25 December 2013

3D printer made from CD-ROM drives makes ink designs in Jello

The technology behind 3D printing is being used for a vast range of activities printing eye cells to help develop a future without blindness, to create firearms, casts and prosthesis, and more. Added to the list is a small printer made out of CD-ROM drives that, using a needle and type of ink, prints 3D designs inside of JELLO.

The 3D printer was developed by the folks behind SpriteMods using old CD-ROM drives to print designs in JELLO shots for a birthday party. The printer works with parts harvested from the drives and mounted on a wood board, with a syringe needle being mounted on the contraption where three stepper motors move it around. The liquid is pushed into the JELLO using a standard syringe with plunger.

The final device isn't the most beautiful unit ever hacked together, but the point wasn't so much beauty as it was getting a functional printer together to make some stylish JELLO shots. Because of the parts used and its small size, the entire unit is powered using a 10v laptop battery, meaning it is portable enough to be moved about from one location to another.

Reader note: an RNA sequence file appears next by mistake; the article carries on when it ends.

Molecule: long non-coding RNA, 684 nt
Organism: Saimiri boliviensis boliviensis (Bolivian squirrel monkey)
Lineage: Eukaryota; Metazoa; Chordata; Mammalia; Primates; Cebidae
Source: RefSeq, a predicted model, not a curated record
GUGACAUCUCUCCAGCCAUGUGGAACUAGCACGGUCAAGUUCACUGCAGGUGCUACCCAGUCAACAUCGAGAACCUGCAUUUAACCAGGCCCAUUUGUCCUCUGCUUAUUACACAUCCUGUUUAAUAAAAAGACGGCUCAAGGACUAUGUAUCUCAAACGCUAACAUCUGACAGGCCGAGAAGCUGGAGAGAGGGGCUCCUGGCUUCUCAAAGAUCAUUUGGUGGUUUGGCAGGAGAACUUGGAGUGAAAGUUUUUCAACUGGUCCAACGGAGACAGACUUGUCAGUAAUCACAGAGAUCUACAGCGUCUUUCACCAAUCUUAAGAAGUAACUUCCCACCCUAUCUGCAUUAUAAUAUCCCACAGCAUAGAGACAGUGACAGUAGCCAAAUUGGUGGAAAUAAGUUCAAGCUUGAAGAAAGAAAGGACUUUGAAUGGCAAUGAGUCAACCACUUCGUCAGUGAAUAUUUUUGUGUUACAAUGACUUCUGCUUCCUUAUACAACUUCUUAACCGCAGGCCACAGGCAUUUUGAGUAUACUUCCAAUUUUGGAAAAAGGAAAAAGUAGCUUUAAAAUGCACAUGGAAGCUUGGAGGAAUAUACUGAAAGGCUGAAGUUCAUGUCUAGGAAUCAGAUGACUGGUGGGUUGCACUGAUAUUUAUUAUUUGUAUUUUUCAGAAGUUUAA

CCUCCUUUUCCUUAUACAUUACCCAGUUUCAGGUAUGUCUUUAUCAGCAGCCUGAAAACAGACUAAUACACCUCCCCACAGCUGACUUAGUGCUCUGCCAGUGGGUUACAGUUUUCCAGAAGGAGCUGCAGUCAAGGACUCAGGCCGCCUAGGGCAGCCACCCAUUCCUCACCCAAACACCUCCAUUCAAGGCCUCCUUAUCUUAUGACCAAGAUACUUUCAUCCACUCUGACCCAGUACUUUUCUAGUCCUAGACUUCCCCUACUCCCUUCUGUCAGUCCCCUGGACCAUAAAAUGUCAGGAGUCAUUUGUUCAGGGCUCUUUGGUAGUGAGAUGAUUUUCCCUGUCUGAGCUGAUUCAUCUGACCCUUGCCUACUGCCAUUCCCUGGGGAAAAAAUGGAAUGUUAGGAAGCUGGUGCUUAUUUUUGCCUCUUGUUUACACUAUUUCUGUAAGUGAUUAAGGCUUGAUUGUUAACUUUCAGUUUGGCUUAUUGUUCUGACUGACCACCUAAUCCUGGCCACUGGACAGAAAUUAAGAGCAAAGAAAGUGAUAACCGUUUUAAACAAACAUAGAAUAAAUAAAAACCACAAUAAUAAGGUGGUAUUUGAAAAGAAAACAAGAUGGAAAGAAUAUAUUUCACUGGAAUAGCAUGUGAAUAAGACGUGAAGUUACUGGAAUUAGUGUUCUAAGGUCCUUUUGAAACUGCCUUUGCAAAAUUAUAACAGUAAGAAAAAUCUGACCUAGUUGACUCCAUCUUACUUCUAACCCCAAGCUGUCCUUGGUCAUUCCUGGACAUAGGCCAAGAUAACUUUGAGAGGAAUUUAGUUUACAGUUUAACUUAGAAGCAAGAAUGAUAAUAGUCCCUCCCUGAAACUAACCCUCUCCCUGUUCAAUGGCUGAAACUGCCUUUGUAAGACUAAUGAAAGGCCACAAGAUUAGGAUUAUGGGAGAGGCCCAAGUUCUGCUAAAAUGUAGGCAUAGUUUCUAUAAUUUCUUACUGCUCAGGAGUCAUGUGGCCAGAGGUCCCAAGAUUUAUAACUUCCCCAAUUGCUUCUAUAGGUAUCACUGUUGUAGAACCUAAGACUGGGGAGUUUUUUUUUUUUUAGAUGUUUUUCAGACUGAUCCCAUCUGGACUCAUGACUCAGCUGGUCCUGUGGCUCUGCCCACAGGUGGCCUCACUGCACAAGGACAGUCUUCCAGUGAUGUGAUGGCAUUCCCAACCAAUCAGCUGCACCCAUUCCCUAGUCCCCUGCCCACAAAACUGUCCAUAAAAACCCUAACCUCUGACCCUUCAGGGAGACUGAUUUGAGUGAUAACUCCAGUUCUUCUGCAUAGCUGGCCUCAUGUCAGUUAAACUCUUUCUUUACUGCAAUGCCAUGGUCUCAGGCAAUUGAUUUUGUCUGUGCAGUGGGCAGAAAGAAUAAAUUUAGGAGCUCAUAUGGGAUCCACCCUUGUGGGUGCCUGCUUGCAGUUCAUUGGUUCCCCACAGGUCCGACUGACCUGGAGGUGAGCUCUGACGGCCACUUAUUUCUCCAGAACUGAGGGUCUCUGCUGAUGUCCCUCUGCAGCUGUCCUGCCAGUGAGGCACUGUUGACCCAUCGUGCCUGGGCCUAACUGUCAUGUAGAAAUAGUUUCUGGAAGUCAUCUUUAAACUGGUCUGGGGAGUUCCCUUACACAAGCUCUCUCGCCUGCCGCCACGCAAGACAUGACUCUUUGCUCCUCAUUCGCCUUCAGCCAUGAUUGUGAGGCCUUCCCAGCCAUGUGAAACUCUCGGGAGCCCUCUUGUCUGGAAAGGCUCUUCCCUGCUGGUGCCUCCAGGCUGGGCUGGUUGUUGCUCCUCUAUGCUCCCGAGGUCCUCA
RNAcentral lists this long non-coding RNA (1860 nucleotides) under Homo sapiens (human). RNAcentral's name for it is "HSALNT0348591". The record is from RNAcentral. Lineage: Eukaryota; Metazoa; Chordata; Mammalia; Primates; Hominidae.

The last part, then, is the ink, which obviously had to be edible and of a consistency that kept it from running in the JELLO. To achieve that, the hacker used a mixture of banana liquor, corn starch, and food coloring. The "ink" was heated in a microwave to get a gel-like consistency. The result is the ability to print two shapes in a cup of JELLO, and bragging rights long after the party ends.

Geek, SpriteMods

Now read: The first 3D printed loudspeaker performs well.


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